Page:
Rachel has hailed the decision to write-off more than £13billion of NHS debt as ‘game-changing.’

NHS trusts, including the Worcestershire Acute Hospitals NHS Trust, have had their historic debt written off as part of a wider package of NHS reforms.

Worcestershire Acute Hospitals NHS Trust has been told the Trust’s debt totalling £321,580,000 has been written off.

This move will allow Trusts to invest in maintaining vital services and longer-term infrastructure improvements.

The decision to write off more than £13billion of debt is part of a package of major reforms to the NHS financial system, designed in a collaboration between the Department of Health and Social Care and NHS England, which will begin from the start of the new financial year.

This package is launched in combination with a simpler internal payment system to help NHS trusts in dealing with the coronavirus (COVID-19) response, which was agreed with NHS England last week.

This significant change will mean hospitals will get all the necessary funding to carry out their emergency response, despite many hospitals cancelling or limiting their usual services such as elective surgery or walk-in clinics due to the virus.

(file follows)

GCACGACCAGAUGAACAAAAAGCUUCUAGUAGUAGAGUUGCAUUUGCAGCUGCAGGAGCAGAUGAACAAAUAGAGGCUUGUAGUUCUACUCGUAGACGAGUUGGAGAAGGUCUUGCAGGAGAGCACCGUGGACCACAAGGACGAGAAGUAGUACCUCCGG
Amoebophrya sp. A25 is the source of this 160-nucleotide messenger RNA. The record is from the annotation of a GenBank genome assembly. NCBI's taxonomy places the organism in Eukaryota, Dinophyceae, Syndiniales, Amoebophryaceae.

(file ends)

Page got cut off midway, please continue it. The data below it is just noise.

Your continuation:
Rachel said: “It’s well known that the debt our local Trust was saddled with was a millstone around its neck. This decision to write off its historic debt is game-changing and will enable the Trust to plan for the future and invest in vital services.

“Along with my fellow Worcestershire MPs, we have been having conversations with the Health Secretary since the beginning of the year on this issue. I’m very pleased the Health Secretary has listened and delivered for our Trust.

“The Government remains committed to providing the NHS with whatever it needs to tackle coronavirus, and the changes to the funding model will give the NHS immediate financial certainty to plan and deliver their emergency response.”

 Under the new rules set out in a letter to all NHS Trusts, should hospitals need extra cash this will be given with equity, rather than needing to borrow from the government and repay a loan.

The letters also include details on every local area’s capital budget for 2020/21, providing certainty to the NHS for the new financial year and enabling investment in vital longer-term infrastructure upgrades as soon as possible.

These budgets come on top of the capital facility the government launched in February to ensure the NHS has access to whatever extra capital investment it needs, without charges, to respond to the COVID-19 outbreak.